Water-based drilling fluids consist of a mixture of solids, liquids, and chemicals, with water being the continuous phase. Solids may be active or inactive. The active (hydrophilic) solids such as hydratable clays react with the water phase, dissolving chemicals and making the mud viscous. The inert (hydrophobic) solids such as sand and shale do not react with the water and chemicals to any significant degree. Basically, the inert solids, which vary in specific gravity, make it difficult to analyze and control the solids in the drilling fluid (i.e., inert solids produce undesirable effects).
Broad classes of water-based drilling-fluid additives are in use today. Clays, polymers, weighting agents, fluidloss-control additives, dispersants or thinners, inorganic chemicals, lost-circulation materials, and surfactants are the most common types of additives used in water-based muds.
Weighting Agents. The most important weighting additive in drilling fluids is barium sulfate (BaSO4). Barite is a dense mineral comprising barium sulfate. The specific gravity of barite is at least 4.20 g/cm3 to meet API specifications for producing mud densities from 9 to 19 lbm/gal. However, a variety of materials have been used as weighting agents for drilling fluids including siderite (3.08 g/cm3), calcium carbonate (2.7–2.8 g/cm3), hematite (5.05 g/cm3), ilmetite (4.6 g/cm3), and galena (7.5 g/cm3).
Fluid-Loss-Control Additives. Clays, dispersants, and polymers such as starch are widely used as fluid-losscontrol additives. Sodium montmorillonite (bentonite) is the primary fluid-loss-control additive in most waterbased drilling fluids. The colloidal-sized sodium-bentonite particles are very thin and sheetlike or platelike with a large surface area, and they form a compressible filter cake. Inhibitive mud systems inhibit the hydration of bentonite and greatly diminish its effectiveness. Therefore, bentonite should be prehydrated in fresh water before being added to these systems. The larger and thicker particles of sodium montmorillonite do not exhibit the same fluid-loss-control characteristics.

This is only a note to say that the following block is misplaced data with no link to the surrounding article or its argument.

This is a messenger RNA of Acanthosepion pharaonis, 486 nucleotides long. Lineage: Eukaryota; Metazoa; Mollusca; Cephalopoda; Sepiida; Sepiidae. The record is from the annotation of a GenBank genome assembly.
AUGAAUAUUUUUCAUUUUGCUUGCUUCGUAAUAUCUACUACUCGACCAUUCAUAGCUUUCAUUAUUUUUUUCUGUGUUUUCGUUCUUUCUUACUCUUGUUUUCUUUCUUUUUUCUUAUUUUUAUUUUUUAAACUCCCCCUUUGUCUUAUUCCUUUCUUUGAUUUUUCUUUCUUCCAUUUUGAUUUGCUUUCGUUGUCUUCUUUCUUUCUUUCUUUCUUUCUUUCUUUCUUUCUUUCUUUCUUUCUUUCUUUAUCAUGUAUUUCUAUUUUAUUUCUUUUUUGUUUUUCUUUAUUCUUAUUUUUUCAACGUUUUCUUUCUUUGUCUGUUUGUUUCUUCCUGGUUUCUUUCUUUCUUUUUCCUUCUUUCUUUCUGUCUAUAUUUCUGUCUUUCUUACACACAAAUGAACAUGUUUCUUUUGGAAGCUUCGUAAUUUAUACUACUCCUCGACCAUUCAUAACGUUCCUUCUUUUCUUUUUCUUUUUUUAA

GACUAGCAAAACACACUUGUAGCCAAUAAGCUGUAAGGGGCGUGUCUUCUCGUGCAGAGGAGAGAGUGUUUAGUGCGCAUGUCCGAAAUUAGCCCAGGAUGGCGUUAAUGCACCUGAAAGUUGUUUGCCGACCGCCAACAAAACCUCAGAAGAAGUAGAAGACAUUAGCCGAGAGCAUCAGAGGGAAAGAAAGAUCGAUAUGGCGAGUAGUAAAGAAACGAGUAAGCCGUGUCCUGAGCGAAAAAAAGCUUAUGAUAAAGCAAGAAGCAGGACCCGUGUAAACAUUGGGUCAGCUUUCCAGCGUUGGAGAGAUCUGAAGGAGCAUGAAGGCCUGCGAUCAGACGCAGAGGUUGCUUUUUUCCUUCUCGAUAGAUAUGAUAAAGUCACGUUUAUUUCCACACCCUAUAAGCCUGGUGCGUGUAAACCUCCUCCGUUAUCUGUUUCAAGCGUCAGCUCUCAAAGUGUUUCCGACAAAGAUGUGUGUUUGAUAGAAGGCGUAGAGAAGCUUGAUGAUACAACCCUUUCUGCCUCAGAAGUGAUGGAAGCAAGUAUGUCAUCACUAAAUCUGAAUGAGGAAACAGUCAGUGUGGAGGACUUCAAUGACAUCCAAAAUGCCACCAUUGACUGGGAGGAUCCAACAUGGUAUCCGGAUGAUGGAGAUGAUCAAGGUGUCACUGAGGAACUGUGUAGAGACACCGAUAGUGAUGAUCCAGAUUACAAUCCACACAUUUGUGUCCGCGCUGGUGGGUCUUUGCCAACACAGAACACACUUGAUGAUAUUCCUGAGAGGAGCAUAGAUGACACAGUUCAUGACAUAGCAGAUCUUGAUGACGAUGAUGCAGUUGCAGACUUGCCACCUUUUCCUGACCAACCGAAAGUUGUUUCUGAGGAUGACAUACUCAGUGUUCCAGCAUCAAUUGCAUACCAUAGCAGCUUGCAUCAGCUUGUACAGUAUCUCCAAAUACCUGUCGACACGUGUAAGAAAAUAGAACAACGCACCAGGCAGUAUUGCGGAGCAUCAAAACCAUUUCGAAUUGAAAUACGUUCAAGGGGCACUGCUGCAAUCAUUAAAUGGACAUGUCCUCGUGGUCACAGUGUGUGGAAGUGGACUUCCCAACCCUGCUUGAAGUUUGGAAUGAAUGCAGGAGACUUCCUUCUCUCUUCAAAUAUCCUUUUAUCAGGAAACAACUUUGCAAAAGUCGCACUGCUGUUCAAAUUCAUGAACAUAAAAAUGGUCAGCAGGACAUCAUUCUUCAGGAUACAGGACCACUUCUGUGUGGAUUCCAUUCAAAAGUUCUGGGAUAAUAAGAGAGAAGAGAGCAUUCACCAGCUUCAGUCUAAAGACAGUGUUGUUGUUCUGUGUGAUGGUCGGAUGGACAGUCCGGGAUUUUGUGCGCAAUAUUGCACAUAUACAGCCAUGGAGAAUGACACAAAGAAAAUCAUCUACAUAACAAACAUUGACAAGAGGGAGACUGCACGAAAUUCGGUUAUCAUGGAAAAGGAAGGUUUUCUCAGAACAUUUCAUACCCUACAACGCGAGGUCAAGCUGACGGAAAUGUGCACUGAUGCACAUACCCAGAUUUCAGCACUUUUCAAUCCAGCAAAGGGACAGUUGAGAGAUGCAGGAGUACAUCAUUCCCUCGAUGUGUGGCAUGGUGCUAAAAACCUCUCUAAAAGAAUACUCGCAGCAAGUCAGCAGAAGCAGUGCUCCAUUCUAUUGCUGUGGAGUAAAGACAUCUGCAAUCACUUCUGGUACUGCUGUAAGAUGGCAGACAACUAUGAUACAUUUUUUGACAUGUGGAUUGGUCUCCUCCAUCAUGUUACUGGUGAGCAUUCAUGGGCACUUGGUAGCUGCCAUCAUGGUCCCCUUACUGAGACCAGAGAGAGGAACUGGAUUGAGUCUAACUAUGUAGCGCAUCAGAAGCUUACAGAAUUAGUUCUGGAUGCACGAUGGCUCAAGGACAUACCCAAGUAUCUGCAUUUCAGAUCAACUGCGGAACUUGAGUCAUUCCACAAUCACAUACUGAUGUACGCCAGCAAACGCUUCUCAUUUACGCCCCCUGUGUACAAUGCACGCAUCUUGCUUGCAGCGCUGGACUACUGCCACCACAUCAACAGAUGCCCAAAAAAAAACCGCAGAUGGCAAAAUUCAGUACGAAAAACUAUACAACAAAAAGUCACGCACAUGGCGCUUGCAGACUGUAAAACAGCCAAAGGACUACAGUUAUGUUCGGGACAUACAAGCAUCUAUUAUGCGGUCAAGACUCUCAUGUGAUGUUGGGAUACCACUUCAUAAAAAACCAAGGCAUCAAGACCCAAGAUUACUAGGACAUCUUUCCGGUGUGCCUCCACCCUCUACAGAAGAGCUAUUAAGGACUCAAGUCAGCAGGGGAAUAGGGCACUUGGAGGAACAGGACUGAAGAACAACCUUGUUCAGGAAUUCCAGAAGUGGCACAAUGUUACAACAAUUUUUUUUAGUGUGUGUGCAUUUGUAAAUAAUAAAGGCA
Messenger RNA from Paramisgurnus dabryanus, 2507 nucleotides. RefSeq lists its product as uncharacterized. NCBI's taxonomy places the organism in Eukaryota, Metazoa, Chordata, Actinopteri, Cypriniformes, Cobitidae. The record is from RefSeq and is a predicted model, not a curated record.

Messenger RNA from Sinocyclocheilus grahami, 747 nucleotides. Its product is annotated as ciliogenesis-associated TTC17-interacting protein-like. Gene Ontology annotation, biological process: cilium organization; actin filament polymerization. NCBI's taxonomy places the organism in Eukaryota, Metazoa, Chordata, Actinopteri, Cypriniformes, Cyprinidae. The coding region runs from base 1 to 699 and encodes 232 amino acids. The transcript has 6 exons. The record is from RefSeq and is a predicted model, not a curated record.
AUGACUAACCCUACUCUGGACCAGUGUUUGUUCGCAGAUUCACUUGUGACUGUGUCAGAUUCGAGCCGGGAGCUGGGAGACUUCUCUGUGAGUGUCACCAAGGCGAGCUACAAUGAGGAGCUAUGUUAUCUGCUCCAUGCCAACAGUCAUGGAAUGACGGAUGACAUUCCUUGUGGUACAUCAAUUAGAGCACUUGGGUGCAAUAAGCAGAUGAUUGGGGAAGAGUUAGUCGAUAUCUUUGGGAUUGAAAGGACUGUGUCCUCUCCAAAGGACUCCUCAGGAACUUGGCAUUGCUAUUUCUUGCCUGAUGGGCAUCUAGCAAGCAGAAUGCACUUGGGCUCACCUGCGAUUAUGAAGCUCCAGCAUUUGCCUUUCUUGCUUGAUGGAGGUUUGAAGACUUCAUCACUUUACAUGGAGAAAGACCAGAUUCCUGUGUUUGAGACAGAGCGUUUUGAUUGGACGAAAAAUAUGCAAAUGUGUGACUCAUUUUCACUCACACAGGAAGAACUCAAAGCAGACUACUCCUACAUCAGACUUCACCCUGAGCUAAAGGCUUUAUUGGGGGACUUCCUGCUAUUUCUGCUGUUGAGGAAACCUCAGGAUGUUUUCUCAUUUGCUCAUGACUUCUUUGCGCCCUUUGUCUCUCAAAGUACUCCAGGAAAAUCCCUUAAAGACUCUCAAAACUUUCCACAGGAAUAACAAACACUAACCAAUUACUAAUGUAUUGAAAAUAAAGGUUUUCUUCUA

Thinners or Dispersants. Although the original purpose in applying certain substances called thinners was to reduce flow resistance and gel development (related to viscosity reduction), the modern use of dispersants or thinners is to improve fluid-loss control and reduce filter cake thickness. The term dispersant is frequently used incorrectly to refer to deflocculants. Dispersants are chemical materials that reduce the tendency of the mud to coagulate into a mass of particles or “floc cells” (i.e., the thickening of the drilling mud resulting from edge-to-edge and edge-to-face association of clay platelets). In addition, some dispersants contribute to fluid-loss control by plugging or bridging tiny openings in the filter cake. For this reason, some dispersants such as lignosulfonate (a highly anionic polymer) are more effective than others as fluid-loss reducers (IMCO 1981).